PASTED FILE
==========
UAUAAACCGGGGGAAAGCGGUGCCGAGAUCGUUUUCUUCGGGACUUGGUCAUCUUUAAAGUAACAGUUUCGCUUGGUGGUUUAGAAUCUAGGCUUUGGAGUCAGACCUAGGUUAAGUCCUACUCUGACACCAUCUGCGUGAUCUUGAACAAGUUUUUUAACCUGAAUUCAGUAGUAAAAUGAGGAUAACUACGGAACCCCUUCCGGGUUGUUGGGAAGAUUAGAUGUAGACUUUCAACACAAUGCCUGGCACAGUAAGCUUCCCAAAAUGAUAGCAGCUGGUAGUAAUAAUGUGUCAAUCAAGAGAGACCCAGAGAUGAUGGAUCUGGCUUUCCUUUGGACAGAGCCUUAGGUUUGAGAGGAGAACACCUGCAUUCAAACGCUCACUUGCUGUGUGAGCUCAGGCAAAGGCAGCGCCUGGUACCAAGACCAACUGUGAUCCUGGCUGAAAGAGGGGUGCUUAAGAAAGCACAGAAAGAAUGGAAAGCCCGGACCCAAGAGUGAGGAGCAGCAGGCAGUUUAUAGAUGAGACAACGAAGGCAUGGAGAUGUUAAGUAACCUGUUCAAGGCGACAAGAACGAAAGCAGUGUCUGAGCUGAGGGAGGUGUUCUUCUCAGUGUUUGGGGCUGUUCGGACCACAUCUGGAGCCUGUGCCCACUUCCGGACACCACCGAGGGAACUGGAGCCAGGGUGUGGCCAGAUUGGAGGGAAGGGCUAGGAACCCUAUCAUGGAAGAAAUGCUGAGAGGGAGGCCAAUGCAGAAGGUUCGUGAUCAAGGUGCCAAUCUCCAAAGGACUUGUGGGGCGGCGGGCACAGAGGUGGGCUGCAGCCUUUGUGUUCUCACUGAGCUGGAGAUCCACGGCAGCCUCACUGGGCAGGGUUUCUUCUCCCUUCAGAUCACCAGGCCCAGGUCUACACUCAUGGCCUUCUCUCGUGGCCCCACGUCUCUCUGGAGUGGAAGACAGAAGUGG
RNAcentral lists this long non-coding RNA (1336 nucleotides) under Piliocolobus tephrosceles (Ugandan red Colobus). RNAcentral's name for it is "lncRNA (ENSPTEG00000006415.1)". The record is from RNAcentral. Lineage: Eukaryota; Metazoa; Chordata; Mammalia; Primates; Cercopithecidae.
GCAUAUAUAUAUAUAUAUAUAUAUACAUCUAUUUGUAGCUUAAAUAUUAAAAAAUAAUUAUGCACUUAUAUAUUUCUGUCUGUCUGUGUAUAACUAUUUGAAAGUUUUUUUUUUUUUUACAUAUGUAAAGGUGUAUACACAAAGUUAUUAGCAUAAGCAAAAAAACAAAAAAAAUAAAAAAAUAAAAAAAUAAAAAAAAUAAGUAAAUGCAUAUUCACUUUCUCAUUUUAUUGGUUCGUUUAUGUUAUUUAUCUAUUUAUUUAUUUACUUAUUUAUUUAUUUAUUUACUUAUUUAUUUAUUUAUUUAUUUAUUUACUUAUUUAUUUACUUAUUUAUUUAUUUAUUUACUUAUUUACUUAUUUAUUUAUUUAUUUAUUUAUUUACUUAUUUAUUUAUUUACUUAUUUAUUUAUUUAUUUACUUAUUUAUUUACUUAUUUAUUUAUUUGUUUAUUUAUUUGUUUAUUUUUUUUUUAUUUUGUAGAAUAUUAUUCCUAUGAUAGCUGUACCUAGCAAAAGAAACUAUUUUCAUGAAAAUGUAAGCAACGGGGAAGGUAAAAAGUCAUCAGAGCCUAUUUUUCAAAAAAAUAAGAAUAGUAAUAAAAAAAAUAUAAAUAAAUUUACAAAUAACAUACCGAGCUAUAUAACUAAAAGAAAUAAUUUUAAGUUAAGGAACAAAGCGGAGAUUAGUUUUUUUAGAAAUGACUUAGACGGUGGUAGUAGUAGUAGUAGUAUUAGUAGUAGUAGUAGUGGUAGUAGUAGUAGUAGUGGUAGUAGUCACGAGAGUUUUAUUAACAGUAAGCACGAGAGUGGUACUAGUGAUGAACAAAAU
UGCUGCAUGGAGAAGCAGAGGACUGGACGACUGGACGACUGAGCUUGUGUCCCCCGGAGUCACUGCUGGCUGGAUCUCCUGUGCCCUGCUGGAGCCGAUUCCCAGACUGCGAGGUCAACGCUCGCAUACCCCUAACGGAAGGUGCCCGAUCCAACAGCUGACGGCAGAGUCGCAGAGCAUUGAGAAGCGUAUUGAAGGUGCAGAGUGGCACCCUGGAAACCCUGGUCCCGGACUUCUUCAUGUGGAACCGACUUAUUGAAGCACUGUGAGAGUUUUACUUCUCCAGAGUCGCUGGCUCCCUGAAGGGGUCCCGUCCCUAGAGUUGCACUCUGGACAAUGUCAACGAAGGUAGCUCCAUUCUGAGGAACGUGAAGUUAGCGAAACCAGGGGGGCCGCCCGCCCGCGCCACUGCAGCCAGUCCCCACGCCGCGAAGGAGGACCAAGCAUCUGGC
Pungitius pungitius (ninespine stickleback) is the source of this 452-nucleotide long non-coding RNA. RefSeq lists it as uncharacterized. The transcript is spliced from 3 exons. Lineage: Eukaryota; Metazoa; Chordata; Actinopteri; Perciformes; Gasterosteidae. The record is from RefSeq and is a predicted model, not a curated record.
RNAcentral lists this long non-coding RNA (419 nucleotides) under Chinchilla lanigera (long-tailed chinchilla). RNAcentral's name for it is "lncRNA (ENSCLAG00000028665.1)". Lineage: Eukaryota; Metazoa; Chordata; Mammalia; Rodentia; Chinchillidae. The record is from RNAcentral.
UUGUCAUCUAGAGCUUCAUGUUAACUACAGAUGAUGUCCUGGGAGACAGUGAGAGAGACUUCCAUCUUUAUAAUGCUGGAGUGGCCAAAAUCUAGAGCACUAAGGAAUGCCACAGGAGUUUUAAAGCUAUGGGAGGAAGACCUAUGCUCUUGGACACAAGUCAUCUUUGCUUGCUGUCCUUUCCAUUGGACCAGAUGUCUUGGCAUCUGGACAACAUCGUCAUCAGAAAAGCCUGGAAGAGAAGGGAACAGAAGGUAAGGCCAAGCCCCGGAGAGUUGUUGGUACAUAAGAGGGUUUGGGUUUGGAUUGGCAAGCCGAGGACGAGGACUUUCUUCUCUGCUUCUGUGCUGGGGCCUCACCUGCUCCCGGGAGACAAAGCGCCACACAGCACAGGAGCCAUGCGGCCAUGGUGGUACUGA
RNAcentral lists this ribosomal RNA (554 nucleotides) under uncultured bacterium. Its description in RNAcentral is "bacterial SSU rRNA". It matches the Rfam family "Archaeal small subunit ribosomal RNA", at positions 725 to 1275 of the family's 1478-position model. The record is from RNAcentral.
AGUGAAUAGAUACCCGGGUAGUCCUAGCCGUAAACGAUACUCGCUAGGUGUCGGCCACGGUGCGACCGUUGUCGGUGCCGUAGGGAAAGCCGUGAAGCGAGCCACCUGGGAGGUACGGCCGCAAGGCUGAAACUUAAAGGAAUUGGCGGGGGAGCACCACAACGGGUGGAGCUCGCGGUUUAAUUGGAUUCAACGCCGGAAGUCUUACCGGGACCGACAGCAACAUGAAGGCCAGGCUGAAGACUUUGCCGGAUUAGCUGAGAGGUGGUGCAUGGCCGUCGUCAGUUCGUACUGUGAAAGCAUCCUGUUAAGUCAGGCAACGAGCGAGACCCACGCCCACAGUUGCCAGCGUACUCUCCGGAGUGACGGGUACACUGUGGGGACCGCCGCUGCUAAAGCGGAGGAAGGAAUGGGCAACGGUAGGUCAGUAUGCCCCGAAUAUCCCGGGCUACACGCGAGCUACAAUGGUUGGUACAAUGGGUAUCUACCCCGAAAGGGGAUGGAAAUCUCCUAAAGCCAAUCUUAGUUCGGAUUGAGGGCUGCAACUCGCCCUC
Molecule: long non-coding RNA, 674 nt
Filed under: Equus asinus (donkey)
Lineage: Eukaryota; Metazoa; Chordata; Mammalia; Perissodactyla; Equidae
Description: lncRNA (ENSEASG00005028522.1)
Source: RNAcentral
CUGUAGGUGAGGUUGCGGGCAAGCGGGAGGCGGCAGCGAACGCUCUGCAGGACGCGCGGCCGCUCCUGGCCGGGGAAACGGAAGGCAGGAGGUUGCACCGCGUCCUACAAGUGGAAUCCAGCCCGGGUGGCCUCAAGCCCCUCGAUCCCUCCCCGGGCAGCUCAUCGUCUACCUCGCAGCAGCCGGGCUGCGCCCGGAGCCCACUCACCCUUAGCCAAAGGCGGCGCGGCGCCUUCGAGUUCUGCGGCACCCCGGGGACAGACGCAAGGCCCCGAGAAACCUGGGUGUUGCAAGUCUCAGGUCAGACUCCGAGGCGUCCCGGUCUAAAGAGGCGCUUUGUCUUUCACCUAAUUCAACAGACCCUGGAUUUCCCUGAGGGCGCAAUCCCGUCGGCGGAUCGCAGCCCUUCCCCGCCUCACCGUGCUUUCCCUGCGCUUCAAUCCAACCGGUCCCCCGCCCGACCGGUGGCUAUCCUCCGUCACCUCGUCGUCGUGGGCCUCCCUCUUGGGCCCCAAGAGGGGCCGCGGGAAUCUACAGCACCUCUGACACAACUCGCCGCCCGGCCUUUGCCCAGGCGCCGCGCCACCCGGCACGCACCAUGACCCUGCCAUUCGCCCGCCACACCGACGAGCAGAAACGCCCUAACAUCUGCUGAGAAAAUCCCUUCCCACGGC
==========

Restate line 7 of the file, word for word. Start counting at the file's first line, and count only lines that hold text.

UUGUCAUCUAGAGCUUCAUGUUAACUACAGAUGAUGUCCUGGGAGACAGUGAGAGAGACUUCCAUCUUUAUAAUGCUGGAGUGGCCAAAAUCUAGAGCACUAAGGAAUGCCACAGGAGUUUUAAAGCUAUGGGAGGAAGACCUAUGCUCUUGGACACAAGUCAUCUUUGCUUGCUGUCCUUUCCAUUGGACCAGAUGUCUUGGCAUCUGGACAACAUCGUCAUCAGAAAAGCCUGGAAGAGAAGGGAACAGAAGGUAAGGCCAAGCCCCGGAGAGUUGUUGGUACAUAAGAGGGUUUGGGUUUGGAUUGGCAAGCCGAGGACGAGGACUUUCUUCUCUGCUUCUGUGCUGGGGCCUCACCUGCUCCCGGGAGACAAAGCGCCACACAGCACAGGAGCCAUGCGGCCAUGGUGGUACUGA